Do a simple search for iOS or Android crash - there are a lot of articles just comparing which OS and Apps crash the most and what is the usual cause of the crashes.

Do the same search for WP7, notice the only crash references are from developers working on an App, a specific bug in a test update, or hardware failure. There is not a constant and ongoing nightmarish conversation of random crashes or stability issues.

The interesting aspect is that by moving to NT in Windows Phone 8 it becomes even more stable, not only with the more robust managed application platform, but even DirectX and Native Apps get the advantage of NT's stability and additional technologies like PCA that can even correct code in realtime.


What kind of research and analytical company draws a conclusion from this data where there are so many confounding factors at play? Seems like they're grasping at straws to produce some sort of positive spin for Nokia.

Manish said,
What kind of research and analytical company draws a conclusion from this data where there are so many confounding factors at play? Seems like they're grasping at straws to produce some sort of positive spin for Nokia.

A company who owns Nokia stock lol

The problem I have with this article is that you are comparing a world wide launch on multiple carriers to a USA only launch on 1 carrier

Shikaka said,
The problem I have with this article is that you are comparing a world wide launch on multiple carriers to a USA only launch on 1 carrier

Ya, but the same argument was made when WP7 was topping the charts in France and various other countries around the world, as it wasn't the UK or the USA, it didn't matter then. Now it does?

Albert said,
reeeeeeheeheeally. that was me channeling jim carrey. yet in other neowin news. nokia only sold 300k+ unit in america.

http://www.neowin.net/news/nok...-sold-330k-phones-in-the-us

so which neowin news is talking through jim carrey's butt?

Both "could" be correct, remember there are other countries outside of the US of A where people can buy goods. I think you will find Europe is perhaps Nokia and WP7 largest market.

This article was DOA as far as I'm concerned... You want to make an apples to apples comparison, then compare the launch numbers of the Lumia 900 to that of the Samsung Galaxy S II and iPhone 4S, and you'll see the Lumia was totally eclipsed by both the others phones individually!

Whoever writes these articles just wants attention.

-=MagMan=- said,
This article was DOA as far as I'm concerned... You want to make an apples to apples comparison, then compare the launch numbers of the Lumia 900 to that of the Samsung Galaxy S II and iPhone 4S, and you'll see the Lumia was totally eclipsed by both the others phones individually!

Whoever writes these articles just wants attention.

Your comment is DOA. Do you even know what you're arguing?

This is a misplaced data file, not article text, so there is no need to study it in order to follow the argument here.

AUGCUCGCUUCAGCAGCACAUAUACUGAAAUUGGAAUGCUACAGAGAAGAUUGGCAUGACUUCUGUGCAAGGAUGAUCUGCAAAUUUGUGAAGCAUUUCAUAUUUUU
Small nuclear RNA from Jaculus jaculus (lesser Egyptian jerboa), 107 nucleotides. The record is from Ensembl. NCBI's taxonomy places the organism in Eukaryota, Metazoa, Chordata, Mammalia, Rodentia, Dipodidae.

First of all, the Galaxy S II and iPhone 4S are not debut devices for their respective brands. They are established brands. Comparing Lumia sales with the sales of these models is the very definition of making an apples to oranges comparison.

Second, when the first iPhone came out, it also didn't have to compete with monster sellers like the SGSII or the iPhone 4S. The market was wide open for Apple to take. The Lumia line does not have this luxury. That's what makes the 4 million sold despite the entrenched mindshare of Samsung Galaxy and Apple iPhone lines so impressive.

bj55555 said,

First of all, the Galaxy S II and iPhone 4S are not debut devices for their respective brands. They are established brands. Comparing Lumia sales with the sales of these models is the very definition of making an apples to oranges comparison.

Lumia's were not debut devices for their respective brands either (WP7) and Nokia is one of, if not the most, established mobile brand

Sonne said,

Lumia's were not debut devices for their respective brands either (WP7) and Nokia is one of, if not the most, established mobile brand

I'm talking about the line of phones as a brand. I doesn't matter how well established Nokia is. Some of their models sell poorly and some sell better. The Lumia line debuted only months ago.

Besides, Samsung and Apple were pretty damn well established as phone makers well before the SGS II and iPhone 4S came out.

The point is that SGS I and the iPhone 4 were both monster hits before the SGS II and iPhone 4S came out. The Lumia line is still on its first generation.

Edited by bj55555, Jul 23 2012, 4:13pm :

The market is so big right now and Nokia as alot of us have observed that it needs to assist Microsoft in the marketshare increase in the smartphone market, not only in the US but in the world. Microsoft shot every user in the foot with no WP8 upgrade. But its a war that will be long fought and won by the best product. We must wait and see.

The iPhone was always a consumer orientated phone, never a business orientated one likewise with android. WP8 will be orientated initially at the business market and that's where it will either take off or fall, with the tight integreation with Windows 8 it could be quite successful. With Nokia pushing the WP8 it could just as easily be the leading handset maker after a 5 year battle.